Esfahan. Finally. This is the real reason I am here in Iran. After years of dreaming about visiting this city, I am actually here, and I couldn’t be more excited. The ruins of Persepolis were absolutely fascinating, and I’m sure that the big city sights and sounds of Tehran will be exhilarating, but it is Esfahan’s rich history and architectural wonders that made me long so deeply to visit this country.
Esfahan’s nickname, ‘Nesf-e Jahan‘, or ‘Half the World‘, is a fitting one for a city which possesses such exquisite monuments to rival the likes of Rome, Istanbul, Paris or Athens. And rightfully so. Walking around and exploring the city’s marvels, I kept asking myself, “Am I really, actually here?”. It’s that kind of place.
My guide Ahmad and I began the day at the Hasht Behesht Palace, where we happened to meet Zahra, an Iranian girl from Mashhad, Iran’s second largest city. We ended up somehow spending the entire day together, laughing while taking selfies everywhere we went. We each only spoke a few words in each other’s language, so Ahmad served as our constant interpreter. ‘Selfie’, however, needed no translation. And this girl was the queen of selfies.
After taking a few more selfies at the beautiful Chehel Sotun Palace, we approached Esfahan’s masterpiece, Naqsh-e Jahan Square, the second largest in the world after Beijing’s Tiananmen Square. The extraordinary beauty of it lies in the combined grandeur of its famous trio of monuments – the Masjed-e Shah, Masjed-e Sheikh Lotfollah, and the Ali Qapu Palace. The square was undeniably the highlight of this entire trip – and mind you, I’m saying this only 5 days in with 16 left to go. That’s how amazing it is. Look at the pictures, but they won’t do it any justice. The intricate tile, paint and plaster work will blow your mind. You have to come here to see it. Just ask Ahmad how hard it was to pull me away from the interior of the Masjed-e Shah’s dome – I didn’t want to leave!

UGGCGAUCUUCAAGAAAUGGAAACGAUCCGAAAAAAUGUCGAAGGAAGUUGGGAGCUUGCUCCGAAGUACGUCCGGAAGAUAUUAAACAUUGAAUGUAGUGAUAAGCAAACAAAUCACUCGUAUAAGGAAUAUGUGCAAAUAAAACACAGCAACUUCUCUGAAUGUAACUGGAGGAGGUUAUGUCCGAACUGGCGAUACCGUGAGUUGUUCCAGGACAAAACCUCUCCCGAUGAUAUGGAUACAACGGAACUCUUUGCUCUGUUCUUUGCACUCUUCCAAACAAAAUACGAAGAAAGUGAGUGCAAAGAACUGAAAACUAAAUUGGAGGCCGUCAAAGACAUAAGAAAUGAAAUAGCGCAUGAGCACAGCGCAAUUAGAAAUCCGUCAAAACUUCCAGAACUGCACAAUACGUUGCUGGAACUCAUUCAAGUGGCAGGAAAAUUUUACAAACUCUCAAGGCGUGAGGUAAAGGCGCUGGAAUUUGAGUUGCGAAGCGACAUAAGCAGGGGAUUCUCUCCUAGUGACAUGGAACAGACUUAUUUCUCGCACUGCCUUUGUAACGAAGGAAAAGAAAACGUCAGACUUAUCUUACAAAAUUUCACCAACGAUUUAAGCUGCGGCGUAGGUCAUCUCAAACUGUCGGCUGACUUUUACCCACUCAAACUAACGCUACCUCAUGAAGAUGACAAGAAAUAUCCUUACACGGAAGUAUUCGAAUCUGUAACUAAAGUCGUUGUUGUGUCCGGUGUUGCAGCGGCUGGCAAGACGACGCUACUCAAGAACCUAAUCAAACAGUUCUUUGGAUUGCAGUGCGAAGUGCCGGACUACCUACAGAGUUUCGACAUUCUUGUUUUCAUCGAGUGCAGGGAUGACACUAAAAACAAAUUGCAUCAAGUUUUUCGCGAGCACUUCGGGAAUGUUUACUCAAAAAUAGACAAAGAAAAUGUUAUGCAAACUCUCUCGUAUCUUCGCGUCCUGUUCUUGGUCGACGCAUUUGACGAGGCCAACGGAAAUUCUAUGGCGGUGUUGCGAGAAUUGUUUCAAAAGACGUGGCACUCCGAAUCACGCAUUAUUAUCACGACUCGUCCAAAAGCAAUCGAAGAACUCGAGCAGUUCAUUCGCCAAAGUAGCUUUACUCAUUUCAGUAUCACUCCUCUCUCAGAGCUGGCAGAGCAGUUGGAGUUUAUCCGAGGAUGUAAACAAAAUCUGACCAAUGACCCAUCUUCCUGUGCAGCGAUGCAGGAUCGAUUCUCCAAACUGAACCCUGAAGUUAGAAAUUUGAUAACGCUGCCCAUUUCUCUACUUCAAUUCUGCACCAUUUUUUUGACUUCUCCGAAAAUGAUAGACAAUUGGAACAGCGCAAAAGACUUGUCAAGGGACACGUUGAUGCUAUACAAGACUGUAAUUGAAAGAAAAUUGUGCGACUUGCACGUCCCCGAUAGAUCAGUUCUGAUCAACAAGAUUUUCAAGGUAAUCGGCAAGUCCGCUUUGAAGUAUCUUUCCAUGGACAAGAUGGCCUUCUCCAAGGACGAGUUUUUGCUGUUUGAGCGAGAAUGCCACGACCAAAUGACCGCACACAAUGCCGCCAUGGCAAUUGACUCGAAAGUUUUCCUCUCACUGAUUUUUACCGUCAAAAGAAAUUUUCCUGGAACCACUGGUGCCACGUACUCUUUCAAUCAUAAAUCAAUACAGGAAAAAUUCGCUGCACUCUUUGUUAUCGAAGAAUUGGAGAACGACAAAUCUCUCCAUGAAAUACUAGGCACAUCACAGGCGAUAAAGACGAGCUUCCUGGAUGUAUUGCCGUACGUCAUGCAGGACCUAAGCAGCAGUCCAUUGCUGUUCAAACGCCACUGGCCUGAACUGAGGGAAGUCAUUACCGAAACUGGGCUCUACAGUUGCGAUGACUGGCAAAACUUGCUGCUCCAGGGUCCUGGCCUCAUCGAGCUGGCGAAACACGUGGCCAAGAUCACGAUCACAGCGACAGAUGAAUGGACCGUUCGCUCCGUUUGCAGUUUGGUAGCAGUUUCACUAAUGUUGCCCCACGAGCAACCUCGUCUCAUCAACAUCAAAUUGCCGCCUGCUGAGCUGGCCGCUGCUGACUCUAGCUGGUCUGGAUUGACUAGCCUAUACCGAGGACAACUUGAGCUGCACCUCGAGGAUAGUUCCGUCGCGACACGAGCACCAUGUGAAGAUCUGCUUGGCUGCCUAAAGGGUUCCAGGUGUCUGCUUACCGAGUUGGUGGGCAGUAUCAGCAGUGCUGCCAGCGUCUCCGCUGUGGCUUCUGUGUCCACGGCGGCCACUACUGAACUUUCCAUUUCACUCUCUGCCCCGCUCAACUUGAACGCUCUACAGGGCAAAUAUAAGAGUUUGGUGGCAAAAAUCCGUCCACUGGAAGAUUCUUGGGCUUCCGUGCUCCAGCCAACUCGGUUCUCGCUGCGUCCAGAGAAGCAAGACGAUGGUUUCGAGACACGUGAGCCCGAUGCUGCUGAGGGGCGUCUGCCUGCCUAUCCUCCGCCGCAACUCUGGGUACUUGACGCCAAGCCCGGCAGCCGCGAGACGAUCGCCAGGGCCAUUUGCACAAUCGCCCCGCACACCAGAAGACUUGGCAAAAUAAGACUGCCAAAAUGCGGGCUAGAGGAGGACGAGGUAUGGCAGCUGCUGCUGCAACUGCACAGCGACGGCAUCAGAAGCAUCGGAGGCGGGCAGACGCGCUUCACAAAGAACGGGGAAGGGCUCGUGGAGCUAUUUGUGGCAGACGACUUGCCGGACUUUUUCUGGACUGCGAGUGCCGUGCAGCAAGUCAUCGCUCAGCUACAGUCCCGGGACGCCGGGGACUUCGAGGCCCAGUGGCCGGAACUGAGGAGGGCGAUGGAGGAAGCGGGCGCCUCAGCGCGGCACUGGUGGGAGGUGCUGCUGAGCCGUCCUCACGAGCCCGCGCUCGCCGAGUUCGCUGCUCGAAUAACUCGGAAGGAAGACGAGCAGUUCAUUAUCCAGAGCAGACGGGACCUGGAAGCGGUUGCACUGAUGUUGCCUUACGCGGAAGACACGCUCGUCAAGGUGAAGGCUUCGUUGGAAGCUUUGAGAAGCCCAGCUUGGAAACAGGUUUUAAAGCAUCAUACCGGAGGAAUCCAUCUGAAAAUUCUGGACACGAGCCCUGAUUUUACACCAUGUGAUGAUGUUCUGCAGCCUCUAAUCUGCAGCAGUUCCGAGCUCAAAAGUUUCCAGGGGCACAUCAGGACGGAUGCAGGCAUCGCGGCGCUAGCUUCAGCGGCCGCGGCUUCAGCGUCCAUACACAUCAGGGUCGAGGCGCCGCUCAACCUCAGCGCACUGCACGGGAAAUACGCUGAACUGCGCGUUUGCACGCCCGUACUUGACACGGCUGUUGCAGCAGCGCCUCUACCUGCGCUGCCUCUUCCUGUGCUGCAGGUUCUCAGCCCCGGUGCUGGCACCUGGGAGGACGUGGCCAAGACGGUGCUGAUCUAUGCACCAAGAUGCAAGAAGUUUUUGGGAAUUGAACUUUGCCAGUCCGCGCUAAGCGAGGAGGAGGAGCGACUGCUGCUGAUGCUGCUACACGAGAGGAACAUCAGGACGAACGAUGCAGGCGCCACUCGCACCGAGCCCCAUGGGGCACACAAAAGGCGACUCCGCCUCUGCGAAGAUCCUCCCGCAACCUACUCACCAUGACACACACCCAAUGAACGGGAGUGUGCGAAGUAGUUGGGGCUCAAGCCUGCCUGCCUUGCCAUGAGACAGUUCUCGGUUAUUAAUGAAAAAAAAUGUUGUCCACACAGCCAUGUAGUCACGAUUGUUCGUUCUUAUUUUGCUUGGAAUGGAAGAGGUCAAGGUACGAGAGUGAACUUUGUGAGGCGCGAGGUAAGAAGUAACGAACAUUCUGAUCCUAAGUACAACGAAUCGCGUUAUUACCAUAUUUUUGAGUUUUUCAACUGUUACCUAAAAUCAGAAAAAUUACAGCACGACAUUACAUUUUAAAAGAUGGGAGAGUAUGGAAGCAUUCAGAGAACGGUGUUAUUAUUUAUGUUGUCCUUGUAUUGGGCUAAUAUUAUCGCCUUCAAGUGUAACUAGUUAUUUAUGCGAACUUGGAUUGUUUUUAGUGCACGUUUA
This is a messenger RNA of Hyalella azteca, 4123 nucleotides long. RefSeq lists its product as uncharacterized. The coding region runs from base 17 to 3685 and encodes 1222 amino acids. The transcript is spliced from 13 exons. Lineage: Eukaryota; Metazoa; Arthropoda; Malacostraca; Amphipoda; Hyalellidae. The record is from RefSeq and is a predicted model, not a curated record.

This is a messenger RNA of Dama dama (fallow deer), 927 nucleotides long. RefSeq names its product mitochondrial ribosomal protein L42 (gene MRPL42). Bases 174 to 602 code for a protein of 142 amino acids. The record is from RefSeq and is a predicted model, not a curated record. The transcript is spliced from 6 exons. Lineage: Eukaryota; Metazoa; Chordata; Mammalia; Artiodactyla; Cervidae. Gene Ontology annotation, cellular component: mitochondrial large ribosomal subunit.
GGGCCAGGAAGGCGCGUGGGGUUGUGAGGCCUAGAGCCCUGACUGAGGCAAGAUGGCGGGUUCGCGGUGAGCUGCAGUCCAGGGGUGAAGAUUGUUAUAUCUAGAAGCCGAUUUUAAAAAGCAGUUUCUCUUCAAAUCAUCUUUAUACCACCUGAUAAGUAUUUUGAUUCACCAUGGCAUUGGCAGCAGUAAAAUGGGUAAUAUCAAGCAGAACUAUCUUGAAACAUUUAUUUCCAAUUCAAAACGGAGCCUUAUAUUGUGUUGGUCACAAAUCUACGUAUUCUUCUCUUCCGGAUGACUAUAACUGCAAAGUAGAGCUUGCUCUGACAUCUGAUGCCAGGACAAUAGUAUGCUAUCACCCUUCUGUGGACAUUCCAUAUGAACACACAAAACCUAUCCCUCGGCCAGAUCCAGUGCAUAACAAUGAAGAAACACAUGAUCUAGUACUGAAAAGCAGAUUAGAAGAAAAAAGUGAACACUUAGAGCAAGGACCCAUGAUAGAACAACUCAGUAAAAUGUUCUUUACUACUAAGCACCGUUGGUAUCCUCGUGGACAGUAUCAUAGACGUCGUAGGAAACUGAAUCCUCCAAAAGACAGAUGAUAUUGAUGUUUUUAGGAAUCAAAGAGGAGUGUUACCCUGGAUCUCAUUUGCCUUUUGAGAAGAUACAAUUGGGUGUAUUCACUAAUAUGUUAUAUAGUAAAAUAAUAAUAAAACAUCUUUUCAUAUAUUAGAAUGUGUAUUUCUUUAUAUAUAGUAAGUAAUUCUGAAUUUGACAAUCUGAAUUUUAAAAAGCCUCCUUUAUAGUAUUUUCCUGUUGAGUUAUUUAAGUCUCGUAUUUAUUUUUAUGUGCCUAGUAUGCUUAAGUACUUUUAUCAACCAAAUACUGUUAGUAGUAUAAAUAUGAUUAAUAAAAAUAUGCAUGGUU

After more than an hour sketching the Masjed-e Shah in the scorching afternoon sun, it was time for a break. We had lunch at a traditional restaurant serving delicious Esfahani beryani, and finished it off with some classic Persian tea, without which no meal in Iran would be truly complete. But this was not just tea – it can only be described as a tea ‘dessert platter’, complete with various forms of sugar, including rock candy stirrers and ‘ghaz’, Esfahan’s famous nougat candy made with pistachios and rose water.
In Esfahan’s bustling Bazar-e Bozorg, I (easily) resisted the urge to buy a gorgeous $5000 (!!!) carpet that caught my eye, and bought a few boxes of ghaz to take home for family and friends to try. Later, we visited the magnificent fresco-covered walls of Vank Cathedral in Jolfa, Esfahan’s Armenian quarter. Craving coffee after 5 days of withdrawal, we relaxed with a cappuccino at one of Jolfa’s many cafes. It was a treat in a country where tea is king, and coffee is… well, hard to find.
After more than 12 hours of exploring the delights of Esfahan, we should have been tired – but the caffeine must have kicked in, and soon we were on our way to the Pol-e Si-o-Seh, one of many famous bridges spanning the Zayandeh River. The sun had just set and the beautifully-lit bridge was full of people walking across it and enjoying the views. The swarms of mosquitoes hovering around the river’s edge made it especially difficult for our selfie-taking, but we persevered and managed a few.
And now that the hungry mosquitoes had had their dinner, it was time for us to have ours, and we decided on the revolving restaurant at the top of the Aseman Hotel, where our new friend Zahra was staying. She invited us up to her room for tea after dinner, but a firm ‘no’ from the hotel’s reception desk brought us back to the reality of the current Iran. This kind of thing, though completely innocent, was strictly forbidden. Shaking it off, we took a few more selfies together and said ‘khoshbakhtam’ (nice to meet you) and ‘khoda hafez’ (goodbye). After 14 hours and no after-dinner tea, now we were truly exhausted.
Barring the mosquitoes and hotel reception, it was a perfect day in Esfahan, and far better than I could have imagined, even after so many years of anticipation. New friends, great food, and truly awe-inspiring sights. With so much to see, do, taste and experience in Esfahan – it’s hard not to feel like you’ve just visited half the world!
For more about Iran, visit the Ancient Persia journey page.